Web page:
WSU President says debate cost will benefit community

FAIRBORN, Ohio (WDTN) — Wright State University’s award for hosting the first presidential debate will not be cheap.

If previous presidential debates are any indicator, the cost of hosting a debate could range between one to six million dollars.

But it is a cost businesses around the Nutter Center, the site where the debate will be held, believe will be well worth it to the region.

“With all the entourage of media coming in, security, and so on and so forth, I think it will be busy for a while,” said Mike Bartolotta, owner of The Flying Pizza in Fairborn.

Across the street from the Nutter Center, there’s plenty of optimism about Wright State hosting the first presidential debate.

This time next year, Bartolotta hopes he will be seeing a greener dough at his pizza business.

“Dayton is going to get a little exposure,” said Bartolotta. “Wright State is going to get a little exposure. I feel like it’s going to put us on the map. Everybody will know who we are.”

But getting the debate to Dayton will come with a price tag. In exchange, there is a chance for millions of dollars in exposure to the university and the region.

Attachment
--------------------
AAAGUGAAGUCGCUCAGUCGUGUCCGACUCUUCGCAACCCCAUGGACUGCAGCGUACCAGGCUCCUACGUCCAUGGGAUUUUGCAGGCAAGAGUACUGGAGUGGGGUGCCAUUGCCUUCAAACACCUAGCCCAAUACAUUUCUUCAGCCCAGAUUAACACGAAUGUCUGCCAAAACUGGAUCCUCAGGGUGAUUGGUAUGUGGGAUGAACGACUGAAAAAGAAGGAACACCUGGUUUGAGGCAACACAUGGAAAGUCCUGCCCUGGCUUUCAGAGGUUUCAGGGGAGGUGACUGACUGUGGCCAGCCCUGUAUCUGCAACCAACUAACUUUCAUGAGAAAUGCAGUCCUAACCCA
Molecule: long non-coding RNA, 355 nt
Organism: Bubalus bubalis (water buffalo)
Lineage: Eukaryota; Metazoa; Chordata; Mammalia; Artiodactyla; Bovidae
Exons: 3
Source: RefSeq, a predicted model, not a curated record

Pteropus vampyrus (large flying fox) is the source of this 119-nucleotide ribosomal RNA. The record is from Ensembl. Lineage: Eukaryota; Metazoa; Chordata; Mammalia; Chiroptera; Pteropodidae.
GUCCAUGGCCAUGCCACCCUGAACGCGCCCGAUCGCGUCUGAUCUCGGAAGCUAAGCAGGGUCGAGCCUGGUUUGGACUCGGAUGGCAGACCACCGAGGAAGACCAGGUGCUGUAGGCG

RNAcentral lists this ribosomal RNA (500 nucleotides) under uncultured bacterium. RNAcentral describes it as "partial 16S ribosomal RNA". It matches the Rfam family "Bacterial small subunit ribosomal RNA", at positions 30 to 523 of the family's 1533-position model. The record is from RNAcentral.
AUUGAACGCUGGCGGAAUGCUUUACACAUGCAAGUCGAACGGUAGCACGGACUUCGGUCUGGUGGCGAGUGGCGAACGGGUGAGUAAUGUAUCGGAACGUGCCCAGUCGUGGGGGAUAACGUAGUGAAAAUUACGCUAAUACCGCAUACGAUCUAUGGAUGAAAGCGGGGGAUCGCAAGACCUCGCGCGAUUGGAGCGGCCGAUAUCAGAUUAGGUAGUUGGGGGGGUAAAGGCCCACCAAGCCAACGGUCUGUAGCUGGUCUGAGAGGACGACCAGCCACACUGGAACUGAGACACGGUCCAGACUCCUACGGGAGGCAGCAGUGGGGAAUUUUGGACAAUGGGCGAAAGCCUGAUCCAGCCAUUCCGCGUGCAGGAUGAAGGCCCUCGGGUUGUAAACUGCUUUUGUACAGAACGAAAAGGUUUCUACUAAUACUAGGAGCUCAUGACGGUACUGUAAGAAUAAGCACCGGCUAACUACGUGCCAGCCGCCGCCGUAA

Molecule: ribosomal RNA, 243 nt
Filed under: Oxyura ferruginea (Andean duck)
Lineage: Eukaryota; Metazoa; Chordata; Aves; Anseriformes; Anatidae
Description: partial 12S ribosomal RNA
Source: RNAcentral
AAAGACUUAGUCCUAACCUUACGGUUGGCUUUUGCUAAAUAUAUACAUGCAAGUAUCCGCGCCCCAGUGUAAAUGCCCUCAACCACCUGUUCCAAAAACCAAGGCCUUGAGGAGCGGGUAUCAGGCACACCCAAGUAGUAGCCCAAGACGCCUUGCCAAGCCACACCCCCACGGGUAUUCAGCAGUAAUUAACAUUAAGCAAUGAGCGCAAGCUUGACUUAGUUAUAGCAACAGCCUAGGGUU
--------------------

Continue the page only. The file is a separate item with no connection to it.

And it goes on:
Wright State University David Hopkins could not say how much money it would cost to put on the event, only saying it would be multiple millions of dollars. Hopkins said the money has already been coming in from community and state partnerships.

But if previous debates are any indication, the upfront cost from the host site may be overshadowed by the amount of return from media exposure.

In 2008, Hofstra University in New York paid $4.5 million for a presidential debate between then-senator Barack Obama and John McCain. In return, the university said it received about $30 million in exposure.

In 2012, Centre College in Kentucky paid $3.3 million for a vice-presidential debate between Joe Biden and Paul Ryan. The college estimated it received about $53 million from the national attention.

Hopkins said the cost will be worthwhile to showcase both the Miami Valley and the university.

“To think that more than 90 million people will be engaged in watching that debate from around the world and the ability for us to really showcase this region, I think it’s a big opportunity for our community,” said Hopkins.

According to the Commission on Presidential Debates, the group which decided the locations for next year’s debates, the money goes to covering the event’s personnel, equipment, and other needs. provides commenting to allow for constructive discussion on the stories we cover. In order to comment here, you acknowledge you have read and agreed to our Terms of Service. Commenters who violate these terms, including use of vulgar language or racial slurs, will be banned. Please be respectful of the opinions of others and keep the conversation on topic and civil. If you see an inappropriate comment, please flag it for our moderators to review.

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